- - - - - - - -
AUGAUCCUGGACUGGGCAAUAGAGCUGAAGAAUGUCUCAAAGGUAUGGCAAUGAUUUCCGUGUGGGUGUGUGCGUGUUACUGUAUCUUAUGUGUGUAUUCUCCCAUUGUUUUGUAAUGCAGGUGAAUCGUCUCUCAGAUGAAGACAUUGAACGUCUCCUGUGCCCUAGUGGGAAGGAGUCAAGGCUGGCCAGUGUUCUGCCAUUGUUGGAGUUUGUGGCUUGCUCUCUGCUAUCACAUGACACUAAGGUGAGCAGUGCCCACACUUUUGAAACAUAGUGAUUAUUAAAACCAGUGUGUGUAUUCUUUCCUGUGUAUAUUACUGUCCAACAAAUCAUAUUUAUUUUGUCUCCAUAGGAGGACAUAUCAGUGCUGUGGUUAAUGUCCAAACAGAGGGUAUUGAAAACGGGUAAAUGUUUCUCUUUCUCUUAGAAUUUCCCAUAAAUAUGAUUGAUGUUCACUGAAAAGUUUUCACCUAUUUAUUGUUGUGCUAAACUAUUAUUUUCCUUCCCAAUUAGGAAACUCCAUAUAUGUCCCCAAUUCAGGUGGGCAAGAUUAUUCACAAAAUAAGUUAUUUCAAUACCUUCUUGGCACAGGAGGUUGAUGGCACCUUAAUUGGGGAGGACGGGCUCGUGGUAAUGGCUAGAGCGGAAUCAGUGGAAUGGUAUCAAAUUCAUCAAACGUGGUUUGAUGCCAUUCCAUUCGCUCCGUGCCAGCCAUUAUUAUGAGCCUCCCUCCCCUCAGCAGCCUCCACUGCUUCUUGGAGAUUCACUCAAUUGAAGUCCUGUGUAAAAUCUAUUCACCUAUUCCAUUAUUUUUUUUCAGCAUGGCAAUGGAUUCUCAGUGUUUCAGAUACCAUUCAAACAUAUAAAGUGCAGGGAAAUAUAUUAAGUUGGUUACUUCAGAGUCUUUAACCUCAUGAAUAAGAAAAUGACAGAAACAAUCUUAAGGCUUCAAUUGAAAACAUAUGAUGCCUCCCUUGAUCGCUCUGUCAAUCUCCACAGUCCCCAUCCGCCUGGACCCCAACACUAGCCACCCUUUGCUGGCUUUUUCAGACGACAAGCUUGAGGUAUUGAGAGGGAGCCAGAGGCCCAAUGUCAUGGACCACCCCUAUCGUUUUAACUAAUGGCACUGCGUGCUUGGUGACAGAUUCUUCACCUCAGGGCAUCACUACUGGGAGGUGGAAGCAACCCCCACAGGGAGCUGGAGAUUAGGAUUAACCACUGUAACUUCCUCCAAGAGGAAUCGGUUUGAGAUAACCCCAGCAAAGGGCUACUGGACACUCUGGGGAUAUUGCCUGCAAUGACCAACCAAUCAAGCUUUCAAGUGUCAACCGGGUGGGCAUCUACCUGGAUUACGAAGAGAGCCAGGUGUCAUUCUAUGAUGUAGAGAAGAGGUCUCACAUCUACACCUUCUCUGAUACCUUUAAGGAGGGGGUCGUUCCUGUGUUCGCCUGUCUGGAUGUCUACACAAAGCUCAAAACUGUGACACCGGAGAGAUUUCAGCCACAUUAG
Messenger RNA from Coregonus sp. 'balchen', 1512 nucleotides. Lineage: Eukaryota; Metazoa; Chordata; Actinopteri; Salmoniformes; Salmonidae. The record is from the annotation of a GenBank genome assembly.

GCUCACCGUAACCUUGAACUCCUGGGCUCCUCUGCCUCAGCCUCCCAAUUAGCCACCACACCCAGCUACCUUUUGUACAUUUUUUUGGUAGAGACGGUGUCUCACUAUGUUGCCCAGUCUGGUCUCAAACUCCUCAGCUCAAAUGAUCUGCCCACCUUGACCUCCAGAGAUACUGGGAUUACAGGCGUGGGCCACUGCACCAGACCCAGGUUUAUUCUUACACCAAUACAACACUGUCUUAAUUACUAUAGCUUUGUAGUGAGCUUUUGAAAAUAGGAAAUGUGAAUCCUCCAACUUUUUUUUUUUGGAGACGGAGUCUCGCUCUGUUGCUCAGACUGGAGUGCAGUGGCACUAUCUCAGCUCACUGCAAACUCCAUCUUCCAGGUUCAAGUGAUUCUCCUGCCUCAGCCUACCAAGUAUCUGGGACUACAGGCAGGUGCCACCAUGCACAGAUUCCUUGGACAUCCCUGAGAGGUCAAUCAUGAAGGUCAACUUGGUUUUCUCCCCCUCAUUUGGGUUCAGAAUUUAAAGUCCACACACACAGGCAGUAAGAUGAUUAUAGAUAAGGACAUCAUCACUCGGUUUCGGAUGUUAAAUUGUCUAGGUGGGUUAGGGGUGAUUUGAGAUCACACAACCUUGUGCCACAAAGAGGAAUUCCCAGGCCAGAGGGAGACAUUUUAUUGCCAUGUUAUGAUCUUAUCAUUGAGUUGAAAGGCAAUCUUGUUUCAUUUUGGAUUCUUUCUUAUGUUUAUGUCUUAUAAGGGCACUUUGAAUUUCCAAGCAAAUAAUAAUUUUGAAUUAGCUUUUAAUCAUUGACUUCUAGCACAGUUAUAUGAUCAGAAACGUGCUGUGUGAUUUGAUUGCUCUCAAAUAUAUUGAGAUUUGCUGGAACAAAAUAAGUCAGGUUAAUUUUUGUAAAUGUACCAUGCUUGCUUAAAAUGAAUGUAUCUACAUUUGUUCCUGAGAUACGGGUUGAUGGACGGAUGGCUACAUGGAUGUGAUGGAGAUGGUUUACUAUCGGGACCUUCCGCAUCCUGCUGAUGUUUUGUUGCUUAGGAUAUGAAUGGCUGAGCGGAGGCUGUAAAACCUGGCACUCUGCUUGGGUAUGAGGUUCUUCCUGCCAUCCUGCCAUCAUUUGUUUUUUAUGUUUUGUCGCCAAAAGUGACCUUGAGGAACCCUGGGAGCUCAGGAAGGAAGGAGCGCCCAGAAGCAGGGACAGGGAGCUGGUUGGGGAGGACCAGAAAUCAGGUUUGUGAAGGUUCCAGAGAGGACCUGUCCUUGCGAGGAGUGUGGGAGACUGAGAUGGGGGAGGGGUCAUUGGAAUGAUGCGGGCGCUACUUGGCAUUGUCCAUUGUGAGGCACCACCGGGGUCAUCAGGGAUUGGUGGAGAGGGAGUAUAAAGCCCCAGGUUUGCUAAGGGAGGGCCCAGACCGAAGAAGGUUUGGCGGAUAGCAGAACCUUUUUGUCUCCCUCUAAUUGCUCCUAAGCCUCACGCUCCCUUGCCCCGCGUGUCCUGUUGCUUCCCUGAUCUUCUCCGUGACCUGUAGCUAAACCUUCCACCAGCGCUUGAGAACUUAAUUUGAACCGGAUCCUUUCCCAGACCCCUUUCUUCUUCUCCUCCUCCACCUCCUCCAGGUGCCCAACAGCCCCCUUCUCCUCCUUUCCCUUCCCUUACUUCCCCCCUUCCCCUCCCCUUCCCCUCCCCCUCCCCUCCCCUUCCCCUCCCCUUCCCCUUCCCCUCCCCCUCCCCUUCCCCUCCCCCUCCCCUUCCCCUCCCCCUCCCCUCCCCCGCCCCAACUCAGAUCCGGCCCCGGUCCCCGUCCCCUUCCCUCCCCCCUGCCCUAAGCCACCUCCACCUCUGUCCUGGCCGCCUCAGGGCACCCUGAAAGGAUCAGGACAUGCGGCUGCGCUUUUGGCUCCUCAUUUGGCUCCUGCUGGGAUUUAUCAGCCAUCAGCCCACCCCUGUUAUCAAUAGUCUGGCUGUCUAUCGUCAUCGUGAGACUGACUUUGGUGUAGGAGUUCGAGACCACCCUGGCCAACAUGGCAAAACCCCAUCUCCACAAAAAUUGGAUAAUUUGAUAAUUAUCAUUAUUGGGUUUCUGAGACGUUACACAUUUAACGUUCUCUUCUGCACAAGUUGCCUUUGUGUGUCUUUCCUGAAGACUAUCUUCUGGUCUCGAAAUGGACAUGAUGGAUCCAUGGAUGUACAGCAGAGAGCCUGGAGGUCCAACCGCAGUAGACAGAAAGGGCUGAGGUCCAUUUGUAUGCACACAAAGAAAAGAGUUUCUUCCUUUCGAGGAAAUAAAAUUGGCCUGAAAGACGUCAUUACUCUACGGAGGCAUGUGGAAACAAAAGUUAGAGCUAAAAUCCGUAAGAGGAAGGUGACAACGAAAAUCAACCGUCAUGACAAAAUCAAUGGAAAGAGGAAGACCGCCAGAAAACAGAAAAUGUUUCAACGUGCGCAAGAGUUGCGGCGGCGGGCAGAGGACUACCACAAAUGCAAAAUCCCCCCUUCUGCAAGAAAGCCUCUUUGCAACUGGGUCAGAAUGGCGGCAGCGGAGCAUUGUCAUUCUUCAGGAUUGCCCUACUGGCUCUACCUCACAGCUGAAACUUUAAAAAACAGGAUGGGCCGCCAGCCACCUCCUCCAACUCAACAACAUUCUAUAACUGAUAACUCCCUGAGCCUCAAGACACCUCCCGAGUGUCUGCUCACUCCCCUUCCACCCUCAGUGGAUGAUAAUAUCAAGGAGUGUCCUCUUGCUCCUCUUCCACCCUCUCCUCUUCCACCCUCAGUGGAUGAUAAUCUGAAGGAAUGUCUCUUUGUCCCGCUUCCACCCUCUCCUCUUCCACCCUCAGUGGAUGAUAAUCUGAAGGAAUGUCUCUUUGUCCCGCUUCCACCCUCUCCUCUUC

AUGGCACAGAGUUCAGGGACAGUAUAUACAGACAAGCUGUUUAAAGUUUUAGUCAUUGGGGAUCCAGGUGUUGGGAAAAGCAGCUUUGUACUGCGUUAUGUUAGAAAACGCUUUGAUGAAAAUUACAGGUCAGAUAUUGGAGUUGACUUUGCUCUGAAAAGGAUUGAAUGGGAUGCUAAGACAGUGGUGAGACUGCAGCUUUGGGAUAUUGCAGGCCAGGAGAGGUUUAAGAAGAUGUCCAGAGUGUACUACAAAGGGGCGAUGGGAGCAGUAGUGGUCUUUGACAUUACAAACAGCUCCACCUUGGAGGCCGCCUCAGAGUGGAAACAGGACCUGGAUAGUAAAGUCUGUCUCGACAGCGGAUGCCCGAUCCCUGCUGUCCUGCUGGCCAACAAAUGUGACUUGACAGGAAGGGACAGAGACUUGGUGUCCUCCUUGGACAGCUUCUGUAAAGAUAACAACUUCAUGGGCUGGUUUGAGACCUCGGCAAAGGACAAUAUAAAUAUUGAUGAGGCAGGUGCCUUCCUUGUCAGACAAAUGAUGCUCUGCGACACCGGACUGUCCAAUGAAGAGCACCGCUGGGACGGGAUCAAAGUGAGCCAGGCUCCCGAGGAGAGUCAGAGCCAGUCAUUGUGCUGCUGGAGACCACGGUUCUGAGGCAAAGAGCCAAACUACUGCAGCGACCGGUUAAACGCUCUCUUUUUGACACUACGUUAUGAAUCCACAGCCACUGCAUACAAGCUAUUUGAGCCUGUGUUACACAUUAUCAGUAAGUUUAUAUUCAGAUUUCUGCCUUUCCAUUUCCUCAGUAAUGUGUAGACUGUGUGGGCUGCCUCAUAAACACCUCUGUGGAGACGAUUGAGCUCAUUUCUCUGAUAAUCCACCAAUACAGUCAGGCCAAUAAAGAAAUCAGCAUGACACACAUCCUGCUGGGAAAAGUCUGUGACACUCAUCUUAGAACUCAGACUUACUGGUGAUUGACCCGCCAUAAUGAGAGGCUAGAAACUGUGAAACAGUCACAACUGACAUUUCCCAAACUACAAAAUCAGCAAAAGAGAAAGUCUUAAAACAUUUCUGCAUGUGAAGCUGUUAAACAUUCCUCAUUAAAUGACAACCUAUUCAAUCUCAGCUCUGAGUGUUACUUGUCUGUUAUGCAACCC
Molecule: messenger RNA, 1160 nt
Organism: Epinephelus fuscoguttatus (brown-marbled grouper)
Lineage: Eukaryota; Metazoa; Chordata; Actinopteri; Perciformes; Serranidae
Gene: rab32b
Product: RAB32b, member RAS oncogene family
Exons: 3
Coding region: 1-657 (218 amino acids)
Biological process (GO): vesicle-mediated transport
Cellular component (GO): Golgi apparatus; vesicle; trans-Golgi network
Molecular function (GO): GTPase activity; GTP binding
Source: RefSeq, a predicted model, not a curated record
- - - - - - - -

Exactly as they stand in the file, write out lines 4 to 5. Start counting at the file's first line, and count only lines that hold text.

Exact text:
AUGGCACAGAGUUCAGGGACAGUAUAUACAGACAAGCUGUUUAAAGUUUUAGUCAUUGGGGAUCCAGGUGUUGGGAAAAGCAGCUUUGUACUGCGUUAUGUUAGAAAACGCUUUGAUGAAAAUUACAGGUCAGAUAUUGGAGUUGACUUUGCUCUGAAAAGGAUUGAAUGGGAUGCUAAGACAGUGGUGAGACUGCAGCUUUGGGAUAUUGCAGGCCAGGAGAGGUUUAAGAAGAUGUCCAGAGUGUACUACAAAGGGGCGAUGGGAGCAGUAGUGGUCUUUGACAUUACAAACAGCUCCACCUUGGAGGCCGCCUCAGAGUGGAAACAGGACCUGGAUAGUAAAGUCUGUCUCGACAGCGGAUGCCCGAUCCCUGCUGUCCUGCUGGCCAACAAAUGUGACUUGACAGGAAGGGACAGAGACUUGGUGUCCUCCUUGGACAGCUUCUGUAAAGAUAACAACUUCAUGGGCUGGUUUGAGACCUCGGCAAAGGACAAUAUAAAUAUUGAUGAGGCAGGUGCCUUCCUUGUCAGACAAAUGAUGCUCUGCGACACCGGACUGUCCAAUGAAGAGCACCGCUGGGACGGGAUCAAAGUGAGCCAGGCUCCCGAGGAGAGUCAGAGCCAGUCAUUGUGCUGCUGGAGACCACGGUUCUGAGGCAAAGAGCCAAACUACUGCAGCGACCGGUUAAACGCUCUCUUUUUGACACUACGUUAUGAAUCCACAGCCACUGCAUACAAGCUAUUUGAGCCUGUGUUACACAUUAUCAGUAAGUUUAUAUUCAGAUUUCUGCCUUUCCAUUUCCUCAGUAAUGUGUAGACUGUGUGGGCUGCCUCAUAAACACCUCUGUGGAGACGAUUGAGCUCAUUUCUCUGAUAAUCCACCAAUACAGUCAGGCCAAUAAAGAAAUCAGCAUGACACACAUCCUGCUGGGAAAAGUCUGUGACACUCAUCUUAGAACUCAGACUUACUGGUGAUUGACCCGCCAUAAUGAGAGGCUAGAAACUGUGAAACAGUCACAACUGACAUUUCCCAAACUACAAAAUCAGCAAAAGAGAAAGUCUUAAAACAUUUCUGCAUGUGAAGCUGUUAAACAUUCCUCAUUAAAUGACAACCUAUUCAAUCUCAGCUCUGAGUGUUACUUGUCUGUUAUGCAACCC
Molecule: messenger RNA, 1160 nt